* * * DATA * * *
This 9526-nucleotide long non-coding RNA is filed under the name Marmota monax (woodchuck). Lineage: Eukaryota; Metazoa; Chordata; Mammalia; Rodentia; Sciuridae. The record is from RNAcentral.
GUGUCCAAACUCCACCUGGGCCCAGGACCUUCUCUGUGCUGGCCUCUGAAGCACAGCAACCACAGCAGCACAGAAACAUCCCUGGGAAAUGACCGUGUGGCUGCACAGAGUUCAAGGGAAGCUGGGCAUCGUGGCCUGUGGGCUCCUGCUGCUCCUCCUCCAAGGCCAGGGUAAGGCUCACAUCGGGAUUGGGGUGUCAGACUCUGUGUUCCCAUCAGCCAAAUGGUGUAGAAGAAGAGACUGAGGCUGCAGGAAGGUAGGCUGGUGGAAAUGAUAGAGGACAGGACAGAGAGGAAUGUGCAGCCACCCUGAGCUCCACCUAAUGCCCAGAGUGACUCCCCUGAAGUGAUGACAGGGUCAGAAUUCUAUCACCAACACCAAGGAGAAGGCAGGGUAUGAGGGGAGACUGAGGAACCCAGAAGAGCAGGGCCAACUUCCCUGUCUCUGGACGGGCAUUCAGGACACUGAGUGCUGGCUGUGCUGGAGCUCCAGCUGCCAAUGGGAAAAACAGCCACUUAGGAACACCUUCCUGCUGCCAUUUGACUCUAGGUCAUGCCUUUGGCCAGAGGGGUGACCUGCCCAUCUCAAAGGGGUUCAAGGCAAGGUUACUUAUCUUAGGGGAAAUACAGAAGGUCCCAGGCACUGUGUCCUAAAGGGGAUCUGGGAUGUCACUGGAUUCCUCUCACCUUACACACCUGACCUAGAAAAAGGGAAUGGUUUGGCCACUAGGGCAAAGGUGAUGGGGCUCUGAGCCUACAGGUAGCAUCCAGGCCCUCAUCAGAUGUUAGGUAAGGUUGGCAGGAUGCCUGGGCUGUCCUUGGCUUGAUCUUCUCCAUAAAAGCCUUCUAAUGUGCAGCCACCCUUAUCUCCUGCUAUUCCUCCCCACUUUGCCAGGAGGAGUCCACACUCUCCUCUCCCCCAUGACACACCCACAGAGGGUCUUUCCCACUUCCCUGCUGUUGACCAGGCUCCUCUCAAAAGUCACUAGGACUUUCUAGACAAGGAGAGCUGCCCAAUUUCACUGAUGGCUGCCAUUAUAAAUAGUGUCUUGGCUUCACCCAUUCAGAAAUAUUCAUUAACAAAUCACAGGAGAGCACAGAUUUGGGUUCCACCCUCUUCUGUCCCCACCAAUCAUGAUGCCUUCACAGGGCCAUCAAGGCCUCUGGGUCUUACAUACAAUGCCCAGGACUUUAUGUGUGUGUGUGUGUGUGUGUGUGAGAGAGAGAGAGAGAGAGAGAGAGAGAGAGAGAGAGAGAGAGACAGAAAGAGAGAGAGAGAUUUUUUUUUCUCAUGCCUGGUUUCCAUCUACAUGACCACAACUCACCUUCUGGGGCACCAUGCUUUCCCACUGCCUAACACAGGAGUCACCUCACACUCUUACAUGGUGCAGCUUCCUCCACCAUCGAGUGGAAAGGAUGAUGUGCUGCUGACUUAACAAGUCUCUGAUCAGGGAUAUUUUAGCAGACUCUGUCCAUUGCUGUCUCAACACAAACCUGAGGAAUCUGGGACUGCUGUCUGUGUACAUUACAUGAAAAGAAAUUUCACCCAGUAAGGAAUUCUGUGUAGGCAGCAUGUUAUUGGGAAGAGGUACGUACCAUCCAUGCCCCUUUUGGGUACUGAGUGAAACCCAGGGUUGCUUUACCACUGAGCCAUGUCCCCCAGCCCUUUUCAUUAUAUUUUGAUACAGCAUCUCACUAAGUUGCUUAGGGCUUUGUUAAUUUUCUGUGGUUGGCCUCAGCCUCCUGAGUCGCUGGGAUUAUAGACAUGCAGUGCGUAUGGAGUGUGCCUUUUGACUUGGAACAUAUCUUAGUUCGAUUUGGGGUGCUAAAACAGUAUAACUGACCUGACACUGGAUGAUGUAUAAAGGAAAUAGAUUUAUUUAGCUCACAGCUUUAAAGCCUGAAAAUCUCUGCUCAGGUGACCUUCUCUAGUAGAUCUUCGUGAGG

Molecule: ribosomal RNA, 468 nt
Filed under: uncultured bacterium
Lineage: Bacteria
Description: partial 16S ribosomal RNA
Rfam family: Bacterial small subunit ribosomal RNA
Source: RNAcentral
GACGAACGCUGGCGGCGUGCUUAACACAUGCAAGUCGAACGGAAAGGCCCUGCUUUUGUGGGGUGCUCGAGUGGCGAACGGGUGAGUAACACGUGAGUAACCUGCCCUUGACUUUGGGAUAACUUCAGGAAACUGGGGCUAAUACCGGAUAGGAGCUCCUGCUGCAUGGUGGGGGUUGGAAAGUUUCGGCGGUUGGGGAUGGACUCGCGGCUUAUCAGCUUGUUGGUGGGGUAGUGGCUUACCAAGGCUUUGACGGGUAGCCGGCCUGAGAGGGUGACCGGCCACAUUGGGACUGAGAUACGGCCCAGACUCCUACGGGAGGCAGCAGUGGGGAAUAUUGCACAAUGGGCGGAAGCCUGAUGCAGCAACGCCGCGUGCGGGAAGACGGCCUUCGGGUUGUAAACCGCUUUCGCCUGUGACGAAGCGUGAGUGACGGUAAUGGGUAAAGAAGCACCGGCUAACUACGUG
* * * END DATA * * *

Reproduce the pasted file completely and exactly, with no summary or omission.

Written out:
This 9526-nucleotide long non-coding RNA is filed under the name Marmota monax (woodchuck). Lineage: Eukaryota; Metazoa; Chordata; Mammalia; Rodentia; Sciuridae. The record is from RNAcentral.
GUGUCCAAACUCCACCUGGGCCCAGGACCUUCUCUGUGCUGGCCUCUGAAGCACAGCAACCACAGCAGCACAGAAACAUCCCUGGGAAAUGACCGUGUGGCUGCACAGAGUUCAAGGGAAGCUGGGCAUCGUGGCCUGUGGGCUCCUGCUGCUCCUCCUCCAAGGCCAGGGUAAGGCUCACAUCGGGAUUGGGGUGUCAGACUCUGUGUUCCCAUCAGCCAAAUGGUGUAGAAGAAGAGACUGAGGCUGCAGGAAGGUAGGCUGGUGGAAAUGAUAGAGGACAGGACAGAGAGGAAUGUGCAGCCACCCUGAGCUCCACCUAAUGCCCAGAGUGACUCCCCUGAAGUGAUGACAGGGUCAGAAUUCUAUCACCAACACCAAGGAGAAGGCAGGGUAUGAGGGGAGACUGAGGAACCCAGAAGAGCAGGGCCAACUUCCCUGUCUCUGGACGGGCAUUCAGGACACUGAGUGCUGGCUGUGCUGGAGCUCCAGCUGCCAAUGGGAAAAACAGCCACUUAGGAACACCUUCCUGCUGCCAUUUGACUCUAGGUCAUGCCUUUGGCCAGAGGGGUGACCUGCCCAUCUCAAAGGGGUUCAAGGCAAGGUUACUUAUCUUAGGGGAAAUACAGAAGGUCCCAGGCACUGUGUCCUAAAGGGGAUCUGGGAUGUCACUGGAUUCCUCUCACCUUACACACCUGACCUAGAAAAAGGGAAUGGUUUGGCCACUAGGGCAAAGGUGAUGGGGCUCUGAGCCUACAGGUAGCAUCCAGGCCCUCAUCAGAUGUUAGGUAAGGUUGGCAGGAUGCCUGGGCUGUCCUUGGCUUGAUCUUCUCCAUAAAAGCCUUCUAAUGUGCAGCCACCCUUAUCUCCUGCUAUUCCUCCCCACUUUGCCAGGAGGAGUCCACACUCUCCUCUCCCCCAUGACACACCCACAGAGGGUCUUUCCCACUUCCCUGCUGUUGACCAGGCUCCUCUCAAAAGUCACUAGGACUUUCUAGACAAGGAGAGCUGCCCAAUUUCACUGAUGGCUGCCAUUAUAAAUAGUGUCUUGGCUUCACCCAUUCAGAAAUAUUCAUUAACAAAUCACAGGAGAGCACAGAUUUGGGUUCCACCCUCUUCUGUCCCCACCAAUCAUGAUGCCUUCACAGGGCCAUCAAGGCCUCUGGGUCUUACAUACAAUGCCCAGGACUUUAUGUGUGUGUGUGUGUGUGUGUGUGAGAGAGAGAGAGAGAGAGAGAGAGAGAGAGAGAGAGAGAGAGACAGAAAGAGAGAGAGAGAUUUUUUUUUCUCAUGCCUGGUUUCCAUCUACAUGACCACAACUCACCUUCUGGGGCACCAUGCUUUCCCACUGCCUAACACAGGAGUCACCUCACACUCUUACAUGGUGCAGCUUCCUCCACCAUCGAGUGGAAAGGAUGAUGUGCUGCUGACUUAACAAGUCUCUGAUCAGGGAUAUUUUAGCAGACUCUGUCCAUUGCUGUCUCAACACAAACCUGAGGAAUCUGGGACUGCUGUCUGUGUACAUUACAUGAAAAGAAAUUUCACCCAGUAAGGAAUUCUGUGUAGGCAGCAUGUUAUUGGGAAGAGGUACGUACCAUCCAUGCCCCUUUUGGGUACUGAGUGAAACCCAGGGUUGCUUUACCACUGAGCCAUGUCCCCCAGCCCUUUUCAUUAUAUUUUGAUACAGCAUCUCACUAAGUUGCUUAGGGCUUUGUUAAUUUUCUGUGGUUGGCCUCAGCCUCCUGAGUCGCUGGGAUUAUAGACAUGCAGUGCGUAUGGAGUGUGCCUUUUGACUUGGAACAUAUCUUAGUUCGAUUUGGGGUGCUAAAACAGUAUAACUGACCUGACACUGGAUGAUGUAUAAAGGAAAUAGAUUUAUUUAGCUCACAGCUUUAAAGCCUGAAAAUCUCUGCUCAGGUGACCUUCUCUAGUAGAUCUUCGUGAGG

Molecule: ribosomal RNA, 468 nt
Filed under: uncultured bacterium
Lineage: Bacteria
Description: partial 16S ribosomal RNA
Rfam family: Bacterial small subunit ribosomal RNA
Source: RNAcentral
GACGAACGCUGGCGGCGUGCUUAACACAUGCAAGUCGAACGGAAAGGCCCUGCUUUUGUGGGGUGCUCGAGUGGCGAACGGGUGAGUAACACGUGAGUAACCUGCCCUUGACUUUGGGAUAACUUCAGGAAACUGGGGCUAAUACCGGAUAGGAGCUCCUGCUGCAUGGUGGGGGUUGGAAAGUUUCGGCGGUUGGGGAUGGACUCGCGGCUUAUCAGCUUGUUGGUGGGGUAGUGGCUUACCAAGGCUUUGACGGGUAGCCGGCCUGAGAGGGUGACCGGCCACAUUGGGACUGAGAUACGGCCCAGACUCCUACGGGAGGCAGCAGUGGGGAAUAUUGCACAAUGGGCGGAAGCCUGAUGCAGCAACGCCGCGUGCGGGAAGACGGCCUUCGGGUUGUAAACCGCUUUCGCCUGUGACGAAGCGUGAGUGACGGUAAUGGGUAAAGAAGCACCGGCUAACUACGUG